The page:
March 16, 2012

Incubating Public Health: Proposed Ban on Battery Cages

Brent Kim

Brent Kim

Project Officer, Food Production & Public Health

Center for a Livable Future

Hens in a battery cage. Photo credit:

In the United States, for every citizen, there is roughly one laying hen. The majority of these birds are confined in battery cages, wire enclosures that typically afford each bird a space smaller than a single sheet of letter-sized paper.

This system is poised to undergo several major changes. Two unlikely allies, the Humane Society of the United States (HSUS) and the United Egg Producers (UEP), are jointly working toward the enactment of  H.R. 3798, a  federal amendment that would afford laying hens several welfare measures. These include a gradual shift from battery cages to “enriched colony cages,” more spacious enclosures outfitted with perches, nest boxes and scratching areas. Enriched colony cages would allow birds greater freedom of movement and the ability to perform certain natural behaviors.

The proposed changes are not a panacea, but they offer several notable improvements to public health and animal welfare.


Over recent years, HSUS has campaigned against the use of battery cages, citing animal welfare and food safety concerns. The PEW Commission on Industrial Farm Animal Production, in which our Center was actively involved, also took a strong stance against the use of battery cages. In response to public pressure, Michigan and California have passed laws to phase out the use of battery cages, while various food retailers have agreed to switch to cage-free eggs (Burger King, Wendy’s and many others).

These changes did not come about without a fight. HSUS has regularly clashed with UEP, a group representing the majority of the U.S. egg industry. Both organizations have spent millions of dollars over proposals to ban battery cages.

Rather than continuing to wage costly battles, the leaders of both organizations opted to seek out common ground. The dialogue began when Gene Gregory, president of the UEP, reached out to Wayne Pacelle, president of the HSUS. After several months of negotiation, they agreed on H.R. 3798 as a compromise. More details on this historic agreement are available from NPR, Time Magazine and an earlier post on the Livable Future Blog.

Hens in a colony cage. Photo credit: jsWest

Public health

One of the prevailing food safety concerns regarding egg production is contamination with Salmonella, a bacterium that causes a reported 40,000 cases of illness in the United States annually.

Based on the limited amount of research in this area, it is uncertain as to whether a switch from battery cages to enriched colony cages would lower the prevalence of Salmonella in hens and their eggs. Although the evidence is not unequivocal, stocking density—the number of birds per cubic foot—may be a risk factor for Salmonella infection in laying hens. If this is the case, the additional space afforded by enriched colony cages may reduce levels of Salmonella contamination in eggs.

The proposed amendment also calls for a ban on forced molting, a practice that involves withholding food from birds for up to two weeks. This results in a temporary break in egg production, but a net increase in the number of eggs produced over a bird’s lifespan. Withholding food also induces considerable stress in birds, suppressing their immune system and increasing their susceptibility to Salmonella infection. For this reason, the ban on forced molting may lower levels of Salmonella in eggs.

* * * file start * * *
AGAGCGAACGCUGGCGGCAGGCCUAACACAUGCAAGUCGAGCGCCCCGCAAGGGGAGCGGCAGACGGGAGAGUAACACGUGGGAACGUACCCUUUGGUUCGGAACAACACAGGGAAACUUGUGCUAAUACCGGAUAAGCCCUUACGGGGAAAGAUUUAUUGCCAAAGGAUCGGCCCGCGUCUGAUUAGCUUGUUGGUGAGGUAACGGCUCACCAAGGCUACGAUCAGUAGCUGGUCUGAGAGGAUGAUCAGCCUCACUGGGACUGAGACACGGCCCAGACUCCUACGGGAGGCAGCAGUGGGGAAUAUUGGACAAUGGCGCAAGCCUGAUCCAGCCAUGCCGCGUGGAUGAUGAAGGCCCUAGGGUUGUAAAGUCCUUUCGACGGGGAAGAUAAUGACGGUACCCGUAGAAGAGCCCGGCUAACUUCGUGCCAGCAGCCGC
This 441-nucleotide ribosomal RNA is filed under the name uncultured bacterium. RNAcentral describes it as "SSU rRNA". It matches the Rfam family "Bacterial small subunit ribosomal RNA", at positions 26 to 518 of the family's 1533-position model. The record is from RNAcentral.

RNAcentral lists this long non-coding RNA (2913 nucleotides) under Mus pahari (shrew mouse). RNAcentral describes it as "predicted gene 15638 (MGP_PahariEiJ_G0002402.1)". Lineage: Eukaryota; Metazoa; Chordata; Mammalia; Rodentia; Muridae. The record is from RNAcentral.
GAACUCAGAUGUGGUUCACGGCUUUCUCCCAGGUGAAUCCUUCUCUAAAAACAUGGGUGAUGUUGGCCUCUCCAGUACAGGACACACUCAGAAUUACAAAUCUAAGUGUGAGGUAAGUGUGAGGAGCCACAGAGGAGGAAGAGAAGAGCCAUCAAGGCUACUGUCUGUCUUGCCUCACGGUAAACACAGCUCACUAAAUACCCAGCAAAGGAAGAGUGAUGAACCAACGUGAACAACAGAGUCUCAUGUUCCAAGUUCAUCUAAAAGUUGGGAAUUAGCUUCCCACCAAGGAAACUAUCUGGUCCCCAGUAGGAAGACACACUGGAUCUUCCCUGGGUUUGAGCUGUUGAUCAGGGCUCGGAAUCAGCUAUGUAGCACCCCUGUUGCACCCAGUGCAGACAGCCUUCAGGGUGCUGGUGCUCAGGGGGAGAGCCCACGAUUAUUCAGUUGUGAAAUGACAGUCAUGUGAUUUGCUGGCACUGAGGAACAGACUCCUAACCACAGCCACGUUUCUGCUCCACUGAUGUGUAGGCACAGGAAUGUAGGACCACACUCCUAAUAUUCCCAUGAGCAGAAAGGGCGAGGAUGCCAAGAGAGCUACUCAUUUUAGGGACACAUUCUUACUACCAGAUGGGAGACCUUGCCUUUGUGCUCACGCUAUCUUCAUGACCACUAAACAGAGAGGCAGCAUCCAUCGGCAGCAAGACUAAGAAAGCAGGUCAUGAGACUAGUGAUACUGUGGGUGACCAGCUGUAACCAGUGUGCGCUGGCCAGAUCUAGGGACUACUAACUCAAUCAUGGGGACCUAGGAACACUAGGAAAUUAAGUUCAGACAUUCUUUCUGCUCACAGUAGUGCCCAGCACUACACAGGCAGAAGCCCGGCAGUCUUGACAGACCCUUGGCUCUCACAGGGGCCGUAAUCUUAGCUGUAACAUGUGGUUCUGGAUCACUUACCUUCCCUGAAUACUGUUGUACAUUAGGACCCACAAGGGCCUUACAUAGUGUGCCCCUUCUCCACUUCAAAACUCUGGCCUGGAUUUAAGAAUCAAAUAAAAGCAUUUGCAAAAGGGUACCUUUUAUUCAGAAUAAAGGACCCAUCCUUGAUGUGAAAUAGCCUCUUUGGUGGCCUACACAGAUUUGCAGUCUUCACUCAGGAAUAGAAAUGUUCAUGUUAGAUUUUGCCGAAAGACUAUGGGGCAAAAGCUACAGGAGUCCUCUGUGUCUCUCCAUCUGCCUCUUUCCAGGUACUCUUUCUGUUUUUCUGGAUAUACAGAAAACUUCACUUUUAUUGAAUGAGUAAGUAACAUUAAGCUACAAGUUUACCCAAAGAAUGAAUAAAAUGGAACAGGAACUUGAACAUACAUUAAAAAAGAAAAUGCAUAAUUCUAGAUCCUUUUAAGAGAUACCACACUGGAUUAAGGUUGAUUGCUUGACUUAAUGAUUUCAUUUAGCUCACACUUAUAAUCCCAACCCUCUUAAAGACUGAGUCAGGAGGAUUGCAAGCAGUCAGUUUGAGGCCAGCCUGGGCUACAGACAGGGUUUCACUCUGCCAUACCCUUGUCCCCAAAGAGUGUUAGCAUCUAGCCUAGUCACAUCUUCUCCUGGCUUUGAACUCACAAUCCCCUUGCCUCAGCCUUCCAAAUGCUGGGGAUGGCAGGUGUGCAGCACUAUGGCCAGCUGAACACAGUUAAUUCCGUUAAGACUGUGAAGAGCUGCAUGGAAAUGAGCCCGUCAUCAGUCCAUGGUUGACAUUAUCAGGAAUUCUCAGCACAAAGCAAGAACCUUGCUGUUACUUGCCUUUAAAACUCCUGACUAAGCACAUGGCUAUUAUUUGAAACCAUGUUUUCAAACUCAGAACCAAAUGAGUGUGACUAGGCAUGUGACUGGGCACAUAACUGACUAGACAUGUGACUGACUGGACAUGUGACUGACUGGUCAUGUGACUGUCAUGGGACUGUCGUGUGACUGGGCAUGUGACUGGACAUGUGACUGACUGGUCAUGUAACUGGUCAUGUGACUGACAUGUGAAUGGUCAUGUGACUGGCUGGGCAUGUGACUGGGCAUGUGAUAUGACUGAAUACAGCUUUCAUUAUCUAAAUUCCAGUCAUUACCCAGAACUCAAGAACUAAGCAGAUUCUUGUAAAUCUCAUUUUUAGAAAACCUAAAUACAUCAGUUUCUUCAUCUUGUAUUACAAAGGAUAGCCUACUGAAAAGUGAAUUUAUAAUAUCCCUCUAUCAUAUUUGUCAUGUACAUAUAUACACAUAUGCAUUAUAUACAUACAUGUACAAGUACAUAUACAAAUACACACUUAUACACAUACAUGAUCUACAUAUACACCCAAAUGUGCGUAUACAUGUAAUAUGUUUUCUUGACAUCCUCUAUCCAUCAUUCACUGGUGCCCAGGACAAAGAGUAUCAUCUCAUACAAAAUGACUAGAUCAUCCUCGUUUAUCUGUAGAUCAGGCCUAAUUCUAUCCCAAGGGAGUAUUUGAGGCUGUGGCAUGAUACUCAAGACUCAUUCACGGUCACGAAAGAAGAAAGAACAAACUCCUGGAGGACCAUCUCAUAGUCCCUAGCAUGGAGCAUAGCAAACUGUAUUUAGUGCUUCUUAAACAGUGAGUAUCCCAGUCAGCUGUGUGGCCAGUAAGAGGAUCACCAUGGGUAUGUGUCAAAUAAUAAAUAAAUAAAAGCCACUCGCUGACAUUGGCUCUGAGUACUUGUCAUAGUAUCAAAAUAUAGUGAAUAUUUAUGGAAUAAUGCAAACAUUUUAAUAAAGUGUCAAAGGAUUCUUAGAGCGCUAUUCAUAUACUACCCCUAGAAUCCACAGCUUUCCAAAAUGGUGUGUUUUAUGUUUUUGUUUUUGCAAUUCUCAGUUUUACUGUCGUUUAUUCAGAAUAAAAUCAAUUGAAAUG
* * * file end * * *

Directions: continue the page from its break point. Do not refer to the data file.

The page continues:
Another measure included in H.R. 3798 is a cap on allowable ammonia levels within hen houses. The gas is emitted from animal waste, and can reach high concentrations in enclosed environments. Exposed workers often suffer from skin, eye, throat and lung irritation; exposure to very high concentrations can cause respiratory damage in both hens and humans. Measures to reduce levels of this airborne pollutant can benefit both public health and animal welfare.

Animal welfare

I asked Paul Shapiro, Senior Director of Farm Animal Protection at HSUS, for his perspectives on H.R. 3798 from an animal welfare standpoint. “The proposed changes won’t move birds onto ‘Old MacDonald’s farm,’ by any means,” he explained. “But between barren [battery] cages and enriched colony cages, the enriched cages are certainly an improvement.” Paul added that cage-free systems have far greater welfare potential for the birds, but without sufficient political will, a national mandate in favor of cage-free systems remains out of reach. Additional information on egg production and animal welfare is available through HSUS.

Next steps

The changes proposed by H.R. 3798 are substantial, if not revolutionary. Some might argue that a cage is still a cage; I argue that a larger, furnished cage, accompanied by welfare measures such as the ban on forced molting, is an improvement worth pursuing—particularly if some of those changes have the potential to reduce food safety risks.

It remains to be seen, however, whether the amendments will be passed by Congress. The National Pork Producers Council is one of numerous industry groups in opposition to the bill, saying it would set a “dangerous precedent” for federal involvement in food animal production. Among the bill’s supporters are the American Veterinary Medical Association, Society for the Prevention of Cruelty to Animals, Farm Sanctuary and many other organizations. The amendment also has the support of Rep. Roscoe Bartlett (R-MD), a longtime champion of animal protection. The bill is, in his words, “The right thing to do.”

Stay tuned to the HSUS website to follow this groundbreaking legislation.


  1. HR 3798 would in no way replace battery cages. It would simply establish egg factory cages as a national standard that could never be challenged or changed by state law or public vote! Instead of outlawing cages — this crazy measure would outlaw the BANNING of cages. That is why it is being pushed by the egg industry itself! The Stop the Rotten Egg Bill ( campaign is getting it right. Check it out. This bill would nullify California’s Proposition 2 – replacing it with a variety of empty “reforms” (such as those relating to ammonia levels and forced molting) that merely codify the egg industry’s own existing standards. This stinks.